Why do parents leave their babies to cry it out, but immediately cuddle and console a friend who is upset?
When waiting in line, why does the child have to sit quietly while the adult gets to talk on their phone or play games on their iPhone?
When in line, why does the child have to keep their hands in the cart while the adult leaves through the magazine they got off the shelf?
Why is the child prevented from buying a pack of gum or piece of candy when the parent has three boxes of Twinkies in their cart?
Why can an adult listen to a new CD 30 times in a row, but the child cannot hear the same song from Barney or Elmo more than three times in a row without the parent losing control?
There are thousands of other examples of this non-physical child abuse, but my heart is too heavy to keep going.
In these examples, I may not be describing you and your relationship with your children. But I am describing real adults and their real relationships with their real children - I mean, it happens, it really does. And the saddest part is that our children, these children, see their parents as the ultimate model, and teacher, and authority in their lives, and they can grow up with a sense that the parenting they experience every day is the way parenting is supposed to be. And so they come to expect such behavior in their own parents, and in other parents - and so they stand a reasonable chance of becoming such parents themselves.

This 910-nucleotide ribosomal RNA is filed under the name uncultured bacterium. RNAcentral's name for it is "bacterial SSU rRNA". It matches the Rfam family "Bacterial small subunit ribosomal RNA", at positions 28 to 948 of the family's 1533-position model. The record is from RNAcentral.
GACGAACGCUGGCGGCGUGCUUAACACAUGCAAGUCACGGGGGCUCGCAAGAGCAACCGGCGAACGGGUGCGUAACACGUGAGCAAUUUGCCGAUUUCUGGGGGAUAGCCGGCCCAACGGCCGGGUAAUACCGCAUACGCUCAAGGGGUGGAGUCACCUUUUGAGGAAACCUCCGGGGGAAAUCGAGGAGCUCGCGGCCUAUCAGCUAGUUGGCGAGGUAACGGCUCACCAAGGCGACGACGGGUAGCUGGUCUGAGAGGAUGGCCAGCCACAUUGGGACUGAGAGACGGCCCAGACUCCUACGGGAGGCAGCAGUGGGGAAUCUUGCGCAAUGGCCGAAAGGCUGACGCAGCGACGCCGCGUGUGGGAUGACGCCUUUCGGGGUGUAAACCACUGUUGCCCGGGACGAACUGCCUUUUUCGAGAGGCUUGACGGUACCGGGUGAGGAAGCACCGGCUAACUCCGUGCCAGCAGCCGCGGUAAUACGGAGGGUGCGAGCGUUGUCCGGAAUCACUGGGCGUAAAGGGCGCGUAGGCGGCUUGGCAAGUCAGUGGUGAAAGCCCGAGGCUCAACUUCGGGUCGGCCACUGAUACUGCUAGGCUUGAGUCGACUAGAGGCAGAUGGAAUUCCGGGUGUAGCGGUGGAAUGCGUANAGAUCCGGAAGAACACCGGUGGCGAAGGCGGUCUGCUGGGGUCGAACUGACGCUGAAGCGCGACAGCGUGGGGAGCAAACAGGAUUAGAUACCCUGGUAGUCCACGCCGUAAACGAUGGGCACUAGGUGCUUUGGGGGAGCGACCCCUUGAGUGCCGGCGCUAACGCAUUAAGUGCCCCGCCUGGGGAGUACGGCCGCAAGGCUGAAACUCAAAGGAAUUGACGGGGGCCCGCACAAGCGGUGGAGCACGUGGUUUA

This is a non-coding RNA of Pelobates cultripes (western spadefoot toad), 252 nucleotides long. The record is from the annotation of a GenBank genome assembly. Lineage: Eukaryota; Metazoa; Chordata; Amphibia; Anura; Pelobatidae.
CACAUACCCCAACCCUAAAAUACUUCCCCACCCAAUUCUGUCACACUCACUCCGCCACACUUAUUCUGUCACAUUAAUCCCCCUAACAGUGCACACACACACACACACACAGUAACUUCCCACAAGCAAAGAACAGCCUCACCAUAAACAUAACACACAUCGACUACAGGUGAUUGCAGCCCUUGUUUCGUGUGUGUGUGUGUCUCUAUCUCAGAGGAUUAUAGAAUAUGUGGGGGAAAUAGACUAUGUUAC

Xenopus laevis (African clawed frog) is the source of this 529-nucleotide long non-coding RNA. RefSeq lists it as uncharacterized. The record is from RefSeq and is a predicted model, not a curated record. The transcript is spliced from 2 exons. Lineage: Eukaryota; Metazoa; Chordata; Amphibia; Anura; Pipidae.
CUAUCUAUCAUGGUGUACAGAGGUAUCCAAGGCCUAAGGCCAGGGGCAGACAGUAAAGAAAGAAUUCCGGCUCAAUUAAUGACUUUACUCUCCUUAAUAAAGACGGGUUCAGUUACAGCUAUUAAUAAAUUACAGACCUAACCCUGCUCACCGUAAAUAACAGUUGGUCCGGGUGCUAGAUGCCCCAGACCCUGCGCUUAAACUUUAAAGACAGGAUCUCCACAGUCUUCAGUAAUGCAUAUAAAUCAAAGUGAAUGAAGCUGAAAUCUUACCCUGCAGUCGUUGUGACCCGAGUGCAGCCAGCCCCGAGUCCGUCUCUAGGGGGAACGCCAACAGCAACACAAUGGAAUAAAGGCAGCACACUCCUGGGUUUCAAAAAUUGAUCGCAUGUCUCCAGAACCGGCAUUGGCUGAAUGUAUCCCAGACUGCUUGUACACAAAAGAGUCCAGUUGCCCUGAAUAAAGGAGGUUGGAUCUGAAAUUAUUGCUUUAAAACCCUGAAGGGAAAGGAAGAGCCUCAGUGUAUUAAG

The Crappy Parent Job Description
So suspend reality for a few minutes and think about this. What if one of these poor kids actually lost one of their crappy parents, and had to take out an ad in the paper for a new one? Based on what I outlined above, and based on the experiences of these kids, that ad might look something like this:
Wanted: One authoritarian individual, chronologically (if not intellectually and emotionally) of an adult age, to set a bad example for their children and for other parents. Must be able to be verbally abusive, short-tempered, and rude to a variety of other people, with or without advanced notice. Interruptive communication style preferred, ability to outright ignore is a plus. Must be willing to have whatever reaction seems appropriate for the time, with no regard for others. The ability to set and maintain a double standard is required. Strong preference for those who are self-centered and too busy to care about anyone else's feelings. No previous experience or training is necessary, but knowledge of corporal punishment is a plus.